Star Tribune (03.18.13)
Almost a third of U.S. girls aged 13 to 17 had been vaccinated for human papillomavirus (HPV) in 2010—compared to only 18 percent in 2008—but pediatricians had hoped for a 60 percent immunization rate by 2013. HPV vaccination prevents infection with the sexually transmitted virus that causes 70 percent of cervical cancer cases and kills 4,000 women each year. Vaccination also prevents genital warts and other cancers linked with HPV. Although CDC recommends the 3-dose HPV vaccine for boys and girls aged 11 to 12 years, approximately 40 percent of U.S. parents opt out for their children. In contrast, over 80 percent of children aged 14 to 17 received booster shots for pertussis and tetanus in 2010. Over 60 percent had received viral meningitis immunization.
According to Mayo Clinic’s Dr. Robert Jacobson, some parents fear that vaccinating their children for HPV gives tacit permission for becoming sexually active. Other parents fear side effects of the vaccine; Gardasil manufacturer Merck lists fainting and then falling as a possible side effect.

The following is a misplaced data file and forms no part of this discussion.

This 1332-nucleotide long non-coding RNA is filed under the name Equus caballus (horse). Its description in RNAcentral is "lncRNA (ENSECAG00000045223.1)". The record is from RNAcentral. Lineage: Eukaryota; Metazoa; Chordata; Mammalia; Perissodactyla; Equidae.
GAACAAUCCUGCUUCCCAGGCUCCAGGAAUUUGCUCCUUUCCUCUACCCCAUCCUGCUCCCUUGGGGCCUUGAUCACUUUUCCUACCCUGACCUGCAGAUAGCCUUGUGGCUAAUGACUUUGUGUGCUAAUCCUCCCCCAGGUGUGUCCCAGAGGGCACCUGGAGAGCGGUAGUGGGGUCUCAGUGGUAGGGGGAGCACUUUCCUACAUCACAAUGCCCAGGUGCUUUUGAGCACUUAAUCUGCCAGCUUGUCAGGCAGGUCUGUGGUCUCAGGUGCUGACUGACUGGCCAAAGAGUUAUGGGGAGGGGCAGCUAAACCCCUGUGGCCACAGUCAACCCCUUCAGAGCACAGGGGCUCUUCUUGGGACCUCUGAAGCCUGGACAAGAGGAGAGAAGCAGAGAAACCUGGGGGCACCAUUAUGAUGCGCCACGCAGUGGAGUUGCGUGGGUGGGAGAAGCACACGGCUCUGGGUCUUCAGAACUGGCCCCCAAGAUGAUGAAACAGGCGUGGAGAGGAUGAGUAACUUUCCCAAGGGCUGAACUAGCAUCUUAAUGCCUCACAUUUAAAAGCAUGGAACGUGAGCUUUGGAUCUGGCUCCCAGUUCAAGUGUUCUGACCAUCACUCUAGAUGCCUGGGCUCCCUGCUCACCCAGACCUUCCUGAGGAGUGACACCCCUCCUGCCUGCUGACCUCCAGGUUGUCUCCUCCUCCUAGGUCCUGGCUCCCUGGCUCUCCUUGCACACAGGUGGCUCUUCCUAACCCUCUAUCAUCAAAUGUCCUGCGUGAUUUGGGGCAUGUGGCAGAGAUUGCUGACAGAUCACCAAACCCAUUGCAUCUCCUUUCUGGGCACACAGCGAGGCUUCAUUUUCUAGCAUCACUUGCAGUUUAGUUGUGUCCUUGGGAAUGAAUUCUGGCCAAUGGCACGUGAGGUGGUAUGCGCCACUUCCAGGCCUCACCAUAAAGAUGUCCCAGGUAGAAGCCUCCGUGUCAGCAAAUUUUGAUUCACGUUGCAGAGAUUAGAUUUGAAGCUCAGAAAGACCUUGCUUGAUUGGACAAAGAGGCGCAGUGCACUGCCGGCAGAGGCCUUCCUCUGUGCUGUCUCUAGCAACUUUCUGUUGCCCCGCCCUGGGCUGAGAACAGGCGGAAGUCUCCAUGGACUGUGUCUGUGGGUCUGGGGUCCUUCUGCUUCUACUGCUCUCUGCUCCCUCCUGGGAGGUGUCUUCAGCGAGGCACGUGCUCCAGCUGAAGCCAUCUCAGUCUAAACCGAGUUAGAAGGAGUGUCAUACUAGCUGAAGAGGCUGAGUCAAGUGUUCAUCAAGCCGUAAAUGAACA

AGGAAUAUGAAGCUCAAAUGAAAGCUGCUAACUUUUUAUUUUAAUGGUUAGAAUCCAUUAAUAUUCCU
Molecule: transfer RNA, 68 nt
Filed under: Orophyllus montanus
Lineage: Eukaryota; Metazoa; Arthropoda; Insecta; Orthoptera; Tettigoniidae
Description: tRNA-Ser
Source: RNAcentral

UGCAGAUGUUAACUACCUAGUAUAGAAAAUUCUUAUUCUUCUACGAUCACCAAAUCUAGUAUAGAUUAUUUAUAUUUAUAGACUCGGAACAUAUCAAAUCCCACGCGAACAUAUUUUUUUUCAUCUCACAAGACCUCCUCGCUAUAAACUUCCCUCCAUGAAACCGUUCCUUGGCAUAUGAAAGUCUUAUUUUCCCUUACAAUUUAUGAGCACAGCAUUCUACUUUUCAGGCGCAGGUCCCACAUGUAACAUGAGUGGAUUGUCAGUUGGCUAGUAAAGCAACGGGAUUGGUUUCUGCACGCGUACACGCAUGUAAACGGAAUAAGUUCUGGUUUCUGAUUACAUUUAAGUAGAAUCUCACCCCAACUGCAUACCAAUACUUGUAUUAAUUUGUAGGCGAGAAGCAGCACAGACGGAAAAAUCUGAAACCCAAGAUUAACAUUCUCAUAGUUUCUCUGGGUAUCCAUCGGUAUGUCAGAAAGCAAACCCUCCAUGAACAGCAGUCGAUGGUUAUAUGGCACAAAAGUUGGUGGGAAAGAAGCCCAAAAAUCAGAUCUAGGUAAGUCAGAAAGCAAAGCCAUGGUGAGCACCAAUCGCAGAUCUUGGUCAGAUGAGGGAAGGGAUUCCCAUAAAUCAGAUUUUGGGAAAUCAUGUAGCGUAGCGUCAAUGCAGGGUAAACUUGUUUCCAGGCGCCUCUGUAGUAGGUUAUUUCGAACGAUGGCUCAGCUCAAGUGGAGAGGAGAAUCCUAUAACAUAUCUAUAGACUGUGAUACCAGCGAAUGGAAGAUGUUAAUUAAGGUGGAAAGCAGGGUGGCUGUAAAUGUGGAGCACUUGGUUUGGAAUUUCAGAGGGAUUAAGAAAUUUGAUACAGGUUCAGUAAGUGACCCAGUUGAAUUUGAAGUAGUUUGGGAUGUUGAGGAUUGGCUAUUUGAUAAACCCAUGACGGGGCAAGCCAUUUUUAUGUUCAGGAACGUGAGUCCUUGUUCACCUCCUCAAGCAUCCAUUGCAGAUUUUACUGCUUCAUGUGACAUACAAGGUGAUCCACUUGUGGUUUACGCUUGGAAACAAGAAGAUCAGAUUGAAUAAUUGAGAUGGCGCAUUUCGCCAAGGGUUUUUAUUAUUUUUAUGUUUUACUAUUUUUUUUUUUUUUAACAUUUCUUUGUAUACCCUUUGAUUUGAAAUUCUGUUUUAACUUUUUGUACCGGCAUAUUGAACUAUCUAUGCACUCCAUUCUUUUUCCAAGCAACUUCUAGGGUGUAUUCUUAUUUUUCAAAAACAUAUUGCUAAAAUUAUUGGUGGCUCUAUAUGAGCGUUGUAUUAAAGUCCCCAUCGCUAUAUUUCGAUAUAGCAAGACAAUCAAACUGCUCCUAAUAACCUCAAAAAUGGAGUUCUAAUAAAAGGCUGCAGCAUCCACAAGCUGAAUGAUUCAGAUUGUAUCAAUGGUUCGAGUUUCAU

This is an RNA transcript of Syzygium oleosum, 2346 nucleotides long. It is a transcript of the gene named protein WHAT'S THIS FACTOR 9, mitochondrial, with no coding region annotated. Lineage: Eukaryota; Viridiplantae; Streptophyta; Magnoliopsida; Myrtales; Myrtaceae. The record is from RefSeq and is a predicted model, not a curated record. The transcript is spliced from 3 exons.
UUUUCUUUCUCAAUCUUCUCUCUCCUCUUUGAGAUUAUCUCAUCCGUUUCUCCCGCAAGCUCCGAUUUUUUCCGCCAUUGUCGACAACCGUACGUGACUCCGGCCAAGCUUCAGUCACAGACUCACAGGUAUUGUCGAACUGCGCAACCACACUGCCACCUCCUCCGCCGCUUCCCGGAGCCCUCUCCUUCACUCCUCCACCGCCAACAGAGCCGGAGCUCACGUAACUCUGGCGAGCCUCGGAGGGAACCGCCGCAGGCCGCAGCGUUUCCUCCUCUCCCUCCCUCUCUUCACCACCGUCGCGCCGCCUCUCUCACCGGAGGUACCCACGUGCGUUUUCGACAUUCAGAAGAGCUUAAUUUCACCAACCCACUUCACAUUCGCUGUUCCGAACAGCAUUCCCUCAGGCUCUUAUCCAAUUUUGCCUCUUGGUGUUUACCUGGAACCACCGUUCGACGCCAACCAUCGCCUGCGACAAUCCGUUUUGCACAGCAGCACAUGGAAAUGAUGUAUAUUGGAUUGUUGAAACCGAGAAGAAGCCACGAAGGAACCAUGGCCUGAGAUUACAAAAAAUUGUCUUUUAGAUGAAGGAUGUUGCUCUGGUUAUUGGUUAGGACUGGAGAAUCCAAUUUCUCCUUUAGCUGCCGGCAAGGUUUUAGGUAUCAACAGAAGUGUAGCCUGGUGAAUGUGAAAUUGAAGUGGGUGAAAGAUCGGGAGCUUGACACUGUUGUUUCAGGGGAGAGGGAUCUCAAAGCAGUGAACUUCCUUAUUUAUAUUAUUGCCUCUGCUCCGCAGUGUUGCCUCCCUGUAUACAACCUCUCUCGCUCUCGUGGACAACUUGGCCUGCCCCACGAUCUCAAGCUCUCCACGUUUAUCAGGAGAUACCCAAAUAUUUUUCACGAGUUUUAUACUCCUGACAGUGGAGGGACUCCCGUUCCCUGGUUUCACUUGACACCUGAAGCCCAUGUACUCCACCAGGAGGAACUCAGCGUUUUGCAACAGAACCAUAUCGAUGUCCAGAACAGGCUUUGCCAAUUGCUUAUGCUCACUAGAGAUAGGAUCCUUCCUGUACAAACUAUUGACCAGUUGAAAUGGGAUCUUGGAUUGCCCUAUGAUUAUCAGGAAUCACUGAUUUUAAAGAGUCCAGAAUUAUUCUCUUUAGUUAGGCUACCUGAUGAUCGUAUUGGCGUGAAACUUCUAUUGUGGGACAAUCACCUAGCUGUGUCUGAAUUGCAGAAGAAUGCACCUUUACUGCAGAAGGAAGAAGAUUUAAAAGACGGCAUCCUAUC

Forty-one states have considered legislation to mandate vaccination for HPV. Although most states decided to promote HPV vaccination through public awareness campaigns or to study the vaccine further, Virginia and Washington, D.C. did pass mandates. The Minnesota Family Council opposed mandated HPV vaccination in 2007, preferring to leave the decision to vaccinate up to parents. A 2012 Kaiser Permanente study of 1,200 Georgia girls reported no difference in pregnancy rates or treatment for STDs among HPV-vaccinated girls and those who were not vaccinated for HPV.
The full report, “Reasons for Not Vaccinating Adolescents: National Immunization Survey of Teens, 2008–2010,” was published in the journal Pediatrics (2013; doi:10.1542/peds.2012-2384).